Flock Theatre performs Shakespeare's "Titus Andronicus"

How much violence and death permeate Shakespeare's "Titus Andronicus"?

"It makes 'Macbeth' look like a birthday party," says Derron Wood, who is directing Flock Theatre's "Titus Andronicus," which starts Wednesday, July 15, in the Connecticut College Arboretum.

Nine characters die onstage, and countless more do offstage. Talk about "murder most foul."

Indeed, "Titus" boasts enough  bloodthirsty revenge to rival "Game of Thrones."

The 16th-century piece, it is posited, was Shakespeare's version of the revenge plays that audiences loved at the time. "Titus" was, in fact, popular when it was first performed but lost stature over the years.

It became one of The Bard's less-often-performed pieces, although Julie Taymor — who directed a 1994 stage production and a 1999 movie starring Anthony Hopkins and Jessica Lange — has said she sees this as one of Shakespeare's most relevant works for the violent modern world.

This summer's production marks the first time Flock has taken on "Titus." The group has begun working some of Shakespeare's more obscure works into its schedule. Last year, for instance, Flock couched "Cymbeline" between two famous works — "Romeo and Juliet" and Tennessee Williams' "Cat on a Hot Tin Roof."

This year, the idea was to schedule "Titus" between "Twelfth Night" and Eugene O'Neill's "Long Day's Journey Into Night." ("Long Day's Journey," though, has been postponed till next year; a Broadway revival has restricted the rights to productions surrounding New York, New England, Los Angeles and Chicago until mid-2016.)

But about "Titus": The title character is a Roman general just returned from a decade-long war with the Goths. He brings back some prisoners, including Tamora, Queen of the Goths, and gives them to the new Roman emperor. That new ruler, Saturninus, ends up marrying Tamora.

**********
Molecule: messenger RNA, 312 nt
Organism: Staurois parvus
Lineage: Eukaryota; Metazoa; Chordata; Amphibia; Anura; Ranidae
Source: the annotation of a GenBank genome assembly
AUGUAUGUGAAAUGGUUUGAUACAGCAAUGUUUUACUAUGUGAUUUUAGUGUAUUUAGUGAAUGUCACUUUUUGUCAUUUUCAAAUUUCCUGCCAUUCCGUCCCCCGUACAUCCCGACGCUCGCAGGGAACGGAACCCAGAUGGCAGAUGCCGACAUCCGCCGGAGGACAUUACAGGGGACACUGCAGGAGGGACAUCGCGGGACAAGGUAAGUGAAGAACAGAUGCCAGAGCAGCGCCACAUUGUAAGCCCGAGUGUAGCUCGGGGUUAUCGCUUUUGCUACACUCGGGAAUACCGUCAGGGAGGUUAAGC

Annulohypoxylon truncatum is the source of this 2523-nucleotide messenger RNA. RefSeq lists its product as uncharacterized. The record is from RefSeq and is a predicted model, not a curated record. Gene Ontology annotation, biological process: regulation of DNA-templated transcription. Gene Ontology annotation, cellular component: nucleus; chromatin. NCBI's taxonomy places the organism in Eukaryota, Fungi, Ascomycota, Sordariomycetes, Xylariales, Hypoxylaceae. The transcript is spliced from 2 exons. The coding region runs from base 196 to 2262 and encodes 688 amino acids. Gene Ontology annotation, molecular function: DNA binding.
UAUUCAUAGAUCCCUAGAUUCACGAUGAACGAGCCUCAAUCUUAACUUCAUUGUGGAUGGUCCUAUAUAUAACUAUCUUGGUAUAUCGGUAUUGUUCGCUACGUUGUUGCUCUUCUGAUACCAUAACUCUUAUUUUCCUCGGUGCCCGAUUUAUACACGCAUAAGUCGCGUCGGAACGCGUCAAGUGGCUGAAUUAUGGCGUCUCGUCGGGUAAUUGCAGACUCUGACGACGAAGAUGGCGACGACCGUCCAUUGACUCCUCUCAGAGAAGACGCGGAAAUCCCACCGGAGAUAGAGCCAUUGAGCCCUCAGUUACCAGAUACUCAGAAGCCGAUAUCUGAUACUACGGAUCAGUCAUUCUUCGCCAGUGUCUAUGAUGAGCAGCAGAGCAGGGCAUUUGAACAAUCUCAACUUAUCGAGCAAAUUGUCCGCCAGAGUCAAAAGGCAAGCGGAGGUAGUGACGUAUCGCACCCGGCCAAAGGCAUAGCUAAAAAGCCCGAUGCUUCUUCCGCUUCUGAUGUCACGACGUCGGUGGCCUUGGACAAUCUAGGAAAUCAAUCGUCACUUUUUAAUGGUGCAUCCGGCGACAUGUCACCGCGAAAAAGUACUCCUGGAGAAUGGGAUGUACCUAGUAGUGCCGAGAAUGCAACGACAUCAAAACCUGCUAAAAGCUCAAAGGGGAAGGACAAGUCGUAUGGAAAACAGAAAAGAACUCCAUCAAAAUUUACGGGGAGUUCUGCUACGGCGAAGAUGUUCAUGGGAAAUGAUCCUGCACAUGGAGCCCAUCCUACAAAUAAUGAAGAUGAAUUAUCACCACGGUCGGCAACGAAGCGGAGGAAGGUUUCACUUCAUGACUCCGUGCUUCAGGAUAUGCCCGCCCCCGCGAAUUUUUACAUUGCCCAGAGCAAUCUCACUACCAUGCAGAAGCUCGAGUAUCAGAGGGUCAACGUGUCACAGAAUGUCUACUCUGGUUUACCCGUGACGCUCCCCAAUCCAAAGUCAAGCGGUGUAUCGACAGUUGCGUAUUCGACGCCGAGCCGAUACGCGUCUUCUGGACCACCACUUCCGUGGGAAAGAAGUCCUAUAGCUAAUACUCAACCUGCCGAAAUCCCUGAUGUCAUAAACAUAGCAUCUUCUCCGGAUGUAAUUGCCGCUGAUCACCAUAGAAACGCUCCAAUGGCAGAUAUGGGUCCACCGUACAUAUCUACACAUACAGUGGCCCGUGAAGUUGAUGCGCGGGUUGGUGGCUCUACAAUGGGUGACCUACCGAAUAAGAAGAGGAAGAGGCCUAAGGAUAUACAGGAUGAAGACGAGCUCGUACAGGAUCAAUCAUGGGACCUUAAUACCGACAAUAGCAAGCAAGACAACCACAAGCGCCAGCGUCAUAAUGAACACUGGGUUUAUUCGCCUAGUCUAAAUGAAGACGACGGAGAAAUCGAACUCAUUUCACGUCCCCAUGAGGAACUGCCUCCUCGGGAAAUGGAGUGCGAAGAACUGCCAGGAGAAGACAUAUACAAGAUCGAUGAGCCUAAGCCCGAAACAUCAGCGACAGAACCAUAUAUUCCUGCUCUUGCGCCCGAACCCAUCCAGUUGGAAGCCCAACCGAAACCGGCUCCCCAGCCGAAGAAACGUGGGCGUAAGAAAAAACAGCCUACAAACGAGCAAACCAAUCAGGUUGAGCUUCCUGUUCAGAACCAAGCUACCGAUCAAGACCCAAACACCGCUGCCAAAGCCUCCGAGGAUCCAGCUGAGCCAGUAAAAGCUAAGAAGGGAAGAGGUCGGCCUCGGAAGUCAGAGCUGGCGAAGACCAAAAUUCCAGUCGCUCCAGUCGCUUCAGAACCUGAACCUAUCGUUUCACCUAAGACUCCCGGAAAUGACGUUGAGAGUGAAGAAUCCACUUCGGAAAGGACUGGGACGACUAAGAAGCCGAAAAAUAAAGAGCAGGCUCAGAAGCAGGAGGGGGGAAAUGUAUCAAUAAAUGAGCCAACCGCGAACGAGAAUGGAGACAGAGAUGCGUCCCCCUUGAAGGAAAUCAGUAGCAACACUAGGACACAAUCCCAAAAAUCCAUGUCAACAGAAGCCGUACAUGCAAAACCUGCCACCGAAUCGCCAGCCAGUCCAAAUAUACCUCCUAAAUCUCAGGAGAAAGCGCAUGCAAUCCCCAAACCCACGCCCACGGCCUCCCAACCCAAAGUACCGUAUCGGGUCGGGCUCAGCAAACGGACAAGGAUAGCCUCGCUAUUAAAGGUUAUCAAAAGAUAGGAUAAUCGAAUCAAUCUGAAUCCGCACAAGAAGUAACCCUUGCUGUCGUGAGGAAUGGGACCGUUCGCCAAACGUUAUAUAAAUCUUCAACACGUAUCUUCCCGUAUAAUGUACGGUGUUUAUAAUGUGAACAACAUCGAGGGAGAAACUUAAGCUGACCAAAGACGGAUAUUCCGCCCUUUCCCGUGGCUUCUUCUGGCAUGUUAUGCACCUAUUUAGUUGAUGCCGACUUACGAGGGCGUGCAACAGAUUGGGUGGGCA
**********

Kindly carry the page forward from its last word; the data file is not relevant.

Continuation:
That, of course, puts Titus in an unenviable position. As Wood says, Titus has "been responsible for the destruction of (the Goths') culture, the death of this woman's husband, he sacrificed her oldest son in front of her — and now she's the queen and she's got power over him."

And she's not in a forgiving mood. Tamora and her sons scheme to get retribution against Titus and his clan.

Aaron, who is Tamora's lover, convinces her sons to kill the emperor's brother — Aaron will frame Titus' sons for that killing — and to rape Titus' daughter, Lavinia. They then cut out Lavinia's tongue and lop off her hands so she can't convey to anyone what happened.

While "Titus" can be savage, Flock is taking a stylized approach to the blood and gore. The production is using a lot of red ribbons and material, employing mask and puppetry work and incorporating Butoh and Michael Chekhov movement styles.

Butoh dance is a Japanese form that was created as sort of a reaction after Hiroshima and Nagasaki.

"It aims to slow things down, but it's very poetic and beautiful to watch. It's hypnotic but also horrifying," Wood says. There are "these incredible shapes and figures. It's mesmerizing. So we're playing with elements of that, within the horror with Lavinia, within the sacrifice of two boys and the final murder sequence."

The idea behind it, he says, is "so that you look at the violence less through the gore and horror, but ... trying to understand it through the revenge standpoint and the horror that we end up doing to each other."

"Titus Andronicus" is one of Shakespeare's earlier works, and audiences can see characters here who seem to be precursors to those in later plays. Wood notes that Aaron, who is the mastermind behind Titus's downfall, is "very much an Iago-type character." The Goth Queen likewise boasts elements of Lady Macbeth.

Shakespeare was exploring the idea of epic Greek tragedies — even though "Titus's" world is Roman — as well as "the level of what humans do to each other and why."

In that vein, the actors have discussed, among other aspects of the play, how a soldier who has gone through the horrors of war reintegrates into society.

"Where do all those heightened emotions go? What do you do with all the horrors that have occurred?" Wood says.

The cast features Geoff Latham as Titus, Madeleine Dauer as Lavinia, and Callie Beaulieu as Tamara the Goth Queen.

"Everyone's really excited about it because when do you get a chance to do 'Titus'?" Wood says.

"Titus Andronicus," Connecticut College Arboretum, Williams Street, New London; runs Wednesday, July 15, through Sunday, July 26; 7 p.m. Wed.-Sun.; also, 7 p.m. Aug. 1 at Connecticut River Museum in Essex; $15 adults, $10 students, seniors, active military; (860) 443-3119.


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